Mount Ogden via Taylor Canyon (unguided)

Difficulty: Very tough. 10.2 miles round trip
Elevation gain: 4,800 feet
Trailhead: Top of 27th Street
Trail: 1 mile up Taylor Canyon - turn right to “Malan’s Lookout.” Malan’s Peak = about 1/3 of the way. Malan’s Basin = 1/2 way + Last mile + (Basin to Saddle) not well defined in places. Steep!

Mount Ogden via Beus Canyon (unguided)

Difficulty: Long and tough. 12 miles round trip
Elevation gain: 4,600 feet
Trailhead: Top of 46th Street, Beus trailhead parking lot
Trail: Two miles up Beus Canyon (1/3 of the way) trail climbs right, to the ridge above Burch Creek canyon. The trail climbs steadily along and over ridges to the saddle.

**Unauthorized motorized vehicles are not permitted on the Snowbasin roadways. 

The Tradition

The Mount Ogden Hike, from the original Weber State Newspaper, The Acorn.

Weber has long dwelt in the peaceful valley surrounded by the splendor of the Wasatch Mountains and overshadowed by its glorious peaks. But being ever restless with desire to rise, she burst the bands of lo-land seclusion and with one mighty aunty of purpose established herself on that magnificent peak, Mount Ogden. 

The morning of October 5th was clear and cool. Four o’clock was the time set for the gathering at the mouth of Taylors Canyon. From all directions came the eager hikers. The roads and paths leading to the meeting place were flecked with the lights of automobiles, in most cases those of anxious parents, reluctant to sanction such a hazardous undertaking. 

“The dawn! The dawn!” cried one. 

Just at that instant into the still morning air came the old yet much loved “Star-Spangled Banner”, and after that the “Purple and White”. The band was in splendid form. It played as it had never played before. Its echo bounded from cliff to cliff until it became lost in the broad expanse of the hillside. 

To the Sophomores fell the responsibility of carrying the sand, cement, and water; the Juniors were to bring the flagpole; the Seniors were to set the pole; the College were to procure and raise the flag, while the Faculty were to help wherever needed. 

The hike to Malan’s was not difficult, as the course lay over a well-beaten trail. At the cabin site a halt was called, where breakfast became the most important proceeding. One hour of rest and again the steady climb upward. From the cabin site to Mount Ogden the trail is steep, rugged, and poorly defined. Especially did the last thousand feet test the mettle of the little band. On all sides and in every direction were hikers, leg-weary and sore, pulling themselves up by every possible bush and shrub.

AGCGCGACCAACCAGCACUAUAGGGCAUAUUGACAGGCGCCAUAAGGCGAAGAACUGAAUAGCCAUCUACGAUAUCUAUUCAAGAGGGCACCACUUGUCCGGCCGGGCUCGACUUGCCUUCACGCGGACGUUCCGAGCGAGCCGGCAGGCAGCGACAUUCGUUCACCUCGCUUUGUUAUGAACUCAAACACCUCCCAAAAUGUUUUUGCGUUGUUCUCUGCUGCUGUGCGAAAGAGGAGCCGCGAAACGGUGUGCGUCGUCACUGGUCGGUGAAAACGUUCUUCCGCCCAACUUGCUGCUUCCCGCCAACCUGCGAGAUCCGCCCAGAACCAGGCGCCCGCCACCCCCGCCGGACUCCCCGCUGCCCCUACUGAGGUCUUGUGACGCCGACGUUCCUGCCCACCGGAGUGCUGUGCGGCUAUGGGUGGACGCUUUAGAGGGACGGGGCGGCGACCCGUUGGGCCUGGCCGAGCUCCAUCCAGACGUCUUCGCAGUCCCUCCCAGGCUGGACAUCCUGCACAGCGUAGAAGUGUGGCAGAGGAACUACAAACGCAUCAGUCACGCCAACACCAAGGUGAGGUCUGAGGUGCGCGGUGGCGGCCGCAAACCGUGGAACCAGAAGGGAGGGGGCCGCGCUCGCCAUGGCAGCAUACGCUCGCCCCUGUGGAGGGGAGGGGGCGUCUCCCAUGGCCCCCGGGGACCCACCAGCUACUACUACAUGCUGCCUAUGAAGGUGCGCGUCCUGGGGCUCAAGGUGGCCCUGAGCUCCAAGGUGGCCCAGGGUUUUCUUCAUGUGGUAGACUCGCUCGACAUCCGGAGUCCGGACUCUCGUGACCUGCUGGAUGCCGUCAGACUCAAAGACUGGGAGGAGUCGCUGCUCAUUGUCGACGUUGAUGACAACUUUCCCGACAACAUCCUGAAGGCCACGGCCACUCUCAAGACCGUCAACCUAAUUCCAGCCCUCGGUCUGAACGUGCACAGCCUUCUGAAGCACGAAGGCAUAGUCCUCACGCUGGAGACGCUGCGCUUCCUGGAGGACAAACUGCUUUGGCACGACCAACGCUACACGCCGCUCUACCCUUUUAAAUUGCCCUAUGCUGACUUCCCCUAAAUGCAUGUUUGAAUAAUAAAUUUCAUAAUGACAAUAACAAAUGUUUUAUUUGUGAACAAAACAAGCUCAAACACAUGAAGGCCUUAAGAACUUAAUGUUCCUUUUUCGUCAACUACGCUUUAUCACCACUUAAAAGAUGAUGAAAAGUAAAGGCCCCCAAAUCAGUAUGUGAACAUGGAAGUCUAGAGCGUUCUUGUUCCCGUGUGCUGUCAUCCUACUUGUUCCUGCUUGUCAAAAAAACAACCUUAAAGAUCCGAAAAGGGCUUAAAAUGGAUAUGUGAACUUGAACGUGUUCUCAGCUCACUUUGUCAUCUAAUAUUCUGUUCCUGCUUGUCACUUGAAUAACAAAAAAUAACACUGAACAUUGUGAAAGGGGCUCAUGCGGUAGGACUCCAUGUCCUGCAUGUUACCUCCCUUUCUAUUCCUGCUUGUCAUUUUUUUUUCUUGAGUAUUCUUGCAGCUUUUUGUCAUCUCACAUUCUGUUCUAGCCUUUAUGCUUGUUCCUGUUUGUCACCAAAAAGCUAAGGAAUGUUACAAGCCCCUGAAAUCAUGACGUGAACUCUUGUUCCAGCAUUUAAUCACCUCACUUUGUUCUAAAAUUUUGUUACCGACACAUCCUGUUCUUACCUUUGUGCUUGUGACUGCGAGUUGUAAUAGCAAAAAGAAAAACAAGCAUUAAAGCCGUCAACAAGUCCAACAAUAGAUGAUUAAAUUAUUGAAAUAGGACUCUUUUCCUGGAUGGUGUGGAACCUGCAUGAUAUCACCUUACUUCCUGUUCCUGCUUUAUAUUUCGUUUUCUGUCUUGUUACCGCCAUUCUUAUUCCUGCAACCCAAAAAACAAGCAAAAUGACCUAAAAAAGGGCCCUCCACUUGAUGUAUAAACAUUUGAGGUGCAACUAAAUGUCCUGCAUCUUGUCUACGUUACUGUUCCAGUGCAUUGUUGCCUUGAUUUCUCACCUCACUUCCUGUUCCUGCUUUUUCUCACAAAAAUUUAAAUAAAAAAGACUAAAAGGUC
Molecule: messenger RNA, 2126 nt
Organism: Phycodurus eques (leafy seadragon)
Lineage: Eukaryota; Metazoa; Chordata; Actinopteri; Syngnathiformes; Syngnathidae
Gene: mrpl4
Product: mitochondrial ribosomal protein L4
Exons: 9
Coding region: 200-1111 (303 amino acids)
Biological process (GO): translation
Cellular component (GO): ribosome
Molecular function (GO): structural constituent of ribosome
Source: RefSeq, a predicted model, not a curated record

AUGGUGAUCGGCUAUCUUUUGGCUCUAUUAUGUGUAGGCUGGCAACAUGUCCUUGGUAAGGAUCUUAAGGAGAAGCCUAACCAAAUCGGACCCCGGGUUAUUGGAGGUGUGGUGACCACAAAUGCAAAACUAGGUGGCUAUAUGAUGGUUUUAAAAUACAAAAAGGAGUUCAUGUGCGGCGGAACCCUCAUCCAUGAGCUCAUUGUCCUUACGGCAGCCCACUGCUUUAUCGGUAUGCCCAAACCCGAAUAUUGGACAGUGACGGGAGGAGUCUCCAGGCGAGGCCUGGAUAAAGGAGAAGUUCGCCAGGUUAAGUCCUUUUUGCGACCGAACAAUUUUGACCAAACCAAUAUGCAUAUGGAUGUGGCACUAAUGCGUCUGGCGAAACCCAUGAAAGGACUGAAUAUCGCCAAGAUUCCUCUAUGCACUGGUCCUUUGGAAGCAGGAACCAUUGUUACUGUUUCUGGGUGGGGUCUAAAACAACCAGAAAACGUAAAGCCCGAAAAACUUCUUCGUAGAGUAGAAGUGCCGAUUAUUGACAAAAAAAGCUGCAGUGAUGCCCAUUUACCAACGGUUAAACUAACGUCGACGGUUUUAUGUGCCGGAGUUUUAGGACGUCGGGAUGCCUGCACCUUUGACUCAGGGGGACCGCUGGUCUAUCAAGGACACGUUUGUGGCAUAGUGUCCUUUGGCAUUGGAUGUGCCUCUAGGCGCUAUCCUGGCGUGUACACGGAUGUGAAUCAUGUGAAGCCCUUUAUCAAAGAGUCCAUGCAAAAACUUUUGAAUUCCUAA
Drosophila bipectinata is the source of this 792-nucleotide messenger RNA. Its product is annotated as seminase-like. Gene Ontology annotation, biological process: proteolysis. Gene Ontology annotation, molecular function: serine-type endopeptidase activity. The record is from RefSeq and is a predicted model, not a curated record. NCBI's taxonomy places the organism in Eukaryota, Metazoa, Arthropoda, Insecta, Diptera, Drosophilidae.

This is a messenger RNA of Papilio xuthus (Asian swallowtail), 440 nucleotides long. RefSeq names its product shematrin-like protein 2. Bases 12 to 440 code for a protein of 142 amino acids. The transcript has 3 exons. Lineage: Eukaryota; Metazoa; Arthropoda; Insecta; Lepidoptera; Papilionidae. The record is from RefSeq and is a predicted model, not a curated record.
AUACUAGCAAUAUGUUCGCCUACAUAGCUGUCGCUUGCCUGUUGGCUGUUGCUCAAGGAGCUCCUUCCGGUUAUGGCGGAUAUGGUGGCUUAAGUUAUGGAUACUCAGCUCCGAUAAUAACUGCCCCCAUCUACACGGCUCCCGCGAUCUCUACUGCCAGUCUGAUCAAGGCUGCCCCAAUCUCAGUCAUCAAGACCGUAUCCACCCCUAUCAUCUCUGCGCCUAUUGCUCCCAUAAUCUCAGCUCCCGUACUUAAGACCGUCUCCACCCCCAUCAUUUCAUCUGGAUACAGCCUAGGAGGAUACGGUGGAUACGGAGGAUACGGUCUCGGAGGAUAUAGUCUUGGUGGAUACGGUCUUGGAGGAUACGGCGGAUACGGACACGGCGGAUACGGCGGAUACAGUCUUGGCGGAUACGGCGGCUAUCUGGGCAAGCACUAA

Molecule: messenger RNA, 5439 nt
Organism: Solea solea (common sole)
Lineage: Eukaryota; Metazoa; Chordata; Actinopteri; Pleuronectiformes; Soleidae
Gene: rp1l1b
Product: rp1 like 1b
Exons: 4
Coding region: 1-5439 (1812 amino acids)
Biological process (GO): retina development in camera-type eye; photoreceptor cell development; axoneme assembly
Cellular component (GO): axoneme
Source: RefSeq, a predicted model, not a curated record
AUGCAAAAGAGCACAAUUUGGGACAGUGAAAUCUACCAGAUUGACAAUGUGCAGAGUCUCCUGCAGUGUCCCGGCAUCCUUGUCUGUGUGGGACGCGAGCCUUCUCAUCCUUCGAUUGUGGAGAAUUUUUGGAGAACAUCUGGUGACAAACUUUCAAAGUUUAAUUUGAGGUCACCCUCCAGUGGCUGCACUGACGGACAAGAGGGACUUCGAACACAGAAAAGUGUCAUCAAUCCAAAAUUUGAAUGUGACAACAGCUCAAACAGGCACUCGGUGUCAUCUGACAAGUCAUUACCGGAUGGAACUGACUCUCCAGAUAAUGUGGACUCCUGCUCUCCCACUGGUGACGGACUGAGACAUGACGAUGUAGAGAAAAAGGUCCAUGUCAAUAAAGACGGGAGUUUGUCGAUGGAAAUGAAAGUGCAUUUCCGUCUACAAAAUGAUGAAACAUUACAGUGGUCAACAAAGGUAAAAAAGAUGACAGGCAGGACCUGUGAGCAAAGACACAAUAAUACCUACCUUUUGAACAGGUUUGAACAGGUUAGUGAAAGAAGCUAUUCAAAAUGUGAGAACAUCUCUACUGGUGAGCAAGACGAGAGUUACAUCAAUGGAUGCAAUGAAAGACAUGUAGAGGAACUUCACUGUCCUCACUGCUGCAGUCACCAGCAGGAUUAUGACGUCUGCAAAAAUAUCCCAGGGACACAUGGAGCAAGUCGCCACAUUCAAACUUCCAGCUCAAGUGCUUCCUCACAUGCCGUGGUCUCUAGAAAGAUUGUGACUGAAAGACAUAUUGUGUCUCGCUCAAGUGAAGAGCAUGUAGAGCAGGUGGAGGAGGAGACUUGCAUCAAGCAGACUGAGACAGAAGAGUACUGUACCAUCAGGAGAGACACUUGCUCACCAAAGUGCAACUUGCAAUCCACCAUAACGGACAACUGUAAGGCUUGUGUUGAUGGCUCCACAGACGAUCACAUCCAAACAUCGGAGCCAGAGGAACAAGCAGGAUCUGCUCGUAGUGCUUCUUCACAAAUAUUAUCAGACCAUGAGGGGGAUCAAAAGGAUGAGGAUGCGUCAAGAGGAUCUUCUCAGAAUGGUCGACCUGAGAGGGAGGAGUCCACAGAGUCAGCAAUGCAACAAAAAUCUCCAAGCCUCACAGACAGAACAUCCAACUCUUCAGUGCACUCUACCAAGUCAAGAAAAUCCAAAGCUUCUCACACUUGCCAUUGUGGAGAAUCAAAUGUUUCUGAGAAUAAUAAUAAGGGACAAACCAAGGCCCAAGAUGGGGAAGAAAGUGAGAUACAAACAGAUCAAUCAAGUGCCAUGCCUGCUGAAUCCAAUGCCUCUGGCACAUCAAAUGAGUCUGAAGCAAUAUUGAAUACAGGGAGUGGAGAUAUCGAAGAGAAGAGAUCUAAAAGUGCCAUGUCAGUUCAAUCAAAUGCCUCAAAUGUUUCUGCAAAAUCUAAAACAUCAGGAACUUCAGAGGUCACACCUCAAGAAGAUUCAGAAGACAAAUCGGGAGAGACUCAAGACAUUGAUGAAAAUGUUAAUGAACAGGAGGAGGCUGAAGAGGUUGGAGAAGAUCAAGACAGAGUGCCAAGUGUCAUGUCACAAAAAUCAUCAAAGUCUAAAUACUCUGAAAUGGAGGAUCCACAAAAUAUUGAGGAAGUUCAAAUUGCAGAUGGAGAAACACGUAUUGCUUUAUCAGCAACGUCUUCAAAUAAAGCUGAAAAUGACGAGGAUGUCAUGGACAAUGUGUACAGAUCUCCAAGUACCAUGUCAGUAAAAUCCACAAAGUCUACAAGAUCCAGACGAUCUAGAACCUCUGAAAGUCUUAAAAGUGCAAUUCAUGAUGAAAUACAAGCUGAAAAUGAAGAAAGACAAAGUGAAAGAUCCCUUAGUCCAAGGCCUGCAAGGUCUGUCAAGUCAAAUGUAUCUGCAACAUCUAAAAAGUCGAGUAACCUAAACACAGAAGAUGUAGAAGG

However, while the larger group were pulling the tugging to make the summit, a small group was manfully bearing the responsibility of bringing up the flagpole. This was in four sections, and as the horses refused to work, it had to be carried most of the way. As it was made of steel and weighed three hundred pounds, those carrying it had no easy job. 

At two o’clock p.m. the last weary hiker, the last bag of cement, sand and water, the last length of flagpole reached the top. Lunch baskets were soon emptied and real rest enjoyed by the foot-sore climbers. 

A group of students soon joined the lengths of the post together and put it into the great hole which had been blasted by the pioneer hikers some few days before. At the base of the pole was burning a glass bottle in which was placed a scroll bearing the names of those who took the hike. The pole, twenty feet in height, was set three feet into solid rock and closely cemented. 

The pole set, the call to the colors was given and three hundred seventy-five loyal Weberites came to attention while slowly and dramatically the two grandest of flags were flung to the clear autumn breezes. The “Star Spangled Banner” and “Purple and White” were sung as they have never been sung before. A never-to-be-forgotten program followed, with that honored and beloved Weberite, David O. McKay, as the chief speaker and enter of interest. After appropriate remarks, Brother McKay offered the dedicatory prayer, one which will live long in the memory of those who heard it. 

At five o’clock began the journey homeward. Being much freshened by the long rest the hikers soon reached Malan’s Heights, and the cabin site became a scene of bonfires and rapidly disappearing lunches. A clear sky and full moon added much to the thrill of the mountain descent. 

As the curfew called forth the hour of nine, the last weary hiker trudged into the city. Thus ended the most momentous day in Weber’s history.